The team and Linea head back to the SGC after rendezvousing with SG-3 off-world and Carter proceeds to study Linea’s technology when it comes to Cold Fusion and show her how the Stargates work as they promised to do. The others start to debrief Hammond on what happened but SG-3 turn up with the formerly blind man. The man reveals that Linea is known as the ‘Destroyer of Worlds’ and that she started, not attempted to cure, the plague that ravaged the planet. Before they are able to apprehend her however Linea manages to activate the Gate and escape, leaving a message that all debts have been paid. The team are left to contemplate on the fact they let a mass-murderer go free.

Analysis

There are a number of reasons why this episode, despite the issues it has in terms of pacing and the fairly dry setting, is actually very good and the first of these is the fact it’s one of the few times the team end up getting it wrong so badly. Throughout the episode there are many hints to the fact Linea is not the kind old lady she appears to be, with her not only ruling it over the other much stronger prisoners, but also the fear many look at her with and her near confession midway through the episode that Carter overlooks. Instead all of them ignore these hints and instead look solely at her technology which is what helps them escape and it’s only at the end of the episode that they realise what their ignorance has wrought.

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The episode is also largely a reflection on the Justice system split into both looking at prison conditions and also how we deal with crime. The former is done with the setting of the prison itself, where it is clear the obviously mentally challenged inmates are left to fend for themselves with zero attempts at rehabilitation or safety for at risk prisoners, instead allowing the extremes of a prisoner-led environment establish itself with a clear social hierarchy based on intimidation and strength. The latter is done by the role of the Taldor who reflect one extreme of views on the system which is extreme emphasis on deterrent rather than punishment where any and all crimes are dealt with severely and immediately with minor criminals being placed with hardened counterparts, which in this case works. It also raises however the question of whether people can be charged with crimes if they weren’t realistically able to be aware of the laws in the first place, an issue that is likely to become more prevalent in reality as different ethnicities and their cultural views move around more and more, especially in large influxes such as the Syrian refugee crisis.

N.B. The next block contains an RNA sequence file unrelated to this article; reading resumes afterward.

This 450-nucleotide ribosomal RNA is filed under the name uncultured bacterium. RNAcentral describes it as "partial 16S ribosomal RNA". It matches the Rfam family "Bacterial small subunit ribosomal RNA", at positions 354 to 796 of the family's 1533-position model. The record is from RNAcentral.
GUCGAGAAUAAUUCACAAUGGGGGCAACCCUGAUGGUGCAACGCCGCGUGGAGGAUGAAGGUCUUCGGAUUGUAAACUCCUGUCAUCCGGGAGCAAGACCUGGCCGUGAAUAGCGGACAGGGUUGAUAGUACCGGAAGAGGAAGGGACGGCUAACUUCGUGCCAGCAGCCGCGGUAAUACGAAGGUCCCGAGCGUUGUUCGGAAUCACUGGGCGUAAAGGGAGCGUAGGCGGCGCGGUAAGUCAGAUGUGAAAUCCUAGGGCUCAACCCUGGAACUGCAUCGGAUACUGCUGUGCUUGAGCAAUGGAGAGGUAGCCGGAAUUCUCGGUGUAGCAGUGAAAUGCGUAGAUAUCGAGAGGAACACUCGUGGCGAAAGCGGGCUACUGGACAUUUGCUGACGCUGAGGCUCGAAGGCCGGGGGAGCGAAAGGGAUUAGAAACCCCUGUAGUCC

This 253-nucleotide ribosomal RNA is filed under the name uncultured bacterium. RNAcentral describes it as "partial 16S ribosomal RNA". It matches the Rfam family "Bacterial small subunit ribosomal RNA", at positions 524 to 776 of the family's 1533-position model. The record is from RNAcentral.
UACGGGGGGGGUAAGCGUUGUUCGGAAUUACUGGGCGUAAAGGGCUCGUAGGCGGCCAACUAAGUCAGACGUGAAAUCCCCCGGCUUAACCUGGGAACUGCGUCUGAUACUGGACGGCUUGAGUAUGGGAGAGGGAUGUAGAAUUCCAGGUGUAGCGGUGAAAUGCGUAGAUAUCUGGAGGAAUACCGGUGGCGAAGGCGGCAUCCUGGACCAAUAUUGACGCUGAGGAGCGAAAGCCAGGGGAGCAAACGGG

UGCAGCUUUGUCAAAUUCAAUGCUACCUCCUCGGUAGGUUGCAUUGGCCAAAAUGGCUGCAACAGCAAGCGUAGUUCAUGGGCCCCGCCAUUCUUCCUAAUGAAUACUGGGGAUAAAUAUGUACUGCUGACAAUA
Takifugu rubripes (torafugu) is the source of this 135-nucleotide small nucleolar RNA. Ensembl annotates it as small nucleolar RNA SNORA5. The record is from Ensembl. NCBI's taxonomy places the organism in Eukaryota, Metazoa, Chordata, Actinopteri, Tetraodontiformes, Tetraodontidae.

Overall this is a good episode that touches on a number of issues that affect modern society and raises some interesting views on them.

Assorted Musings

· I’m surprised the Taldor even bother to feed the prisoners at all given how they don’t seem interested in an appeals process for those sent to prison.

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· Cold fusion makes an appearance in this episode but is never mentioned again it seems for unknown reasons.

Quote of the episode: “The things I do for these people” -Hammond

The Gamekeeper

Synopsis

The episode begins with the team prepping to head out to a planet that not only looks advanced but also a relative paradise. On the planet they head into a large biodome structure to find many people stuck in chairs, alive but unresponsive. The find a group of empty chairs nearby and are forced into them when they get close by the chair’s cables.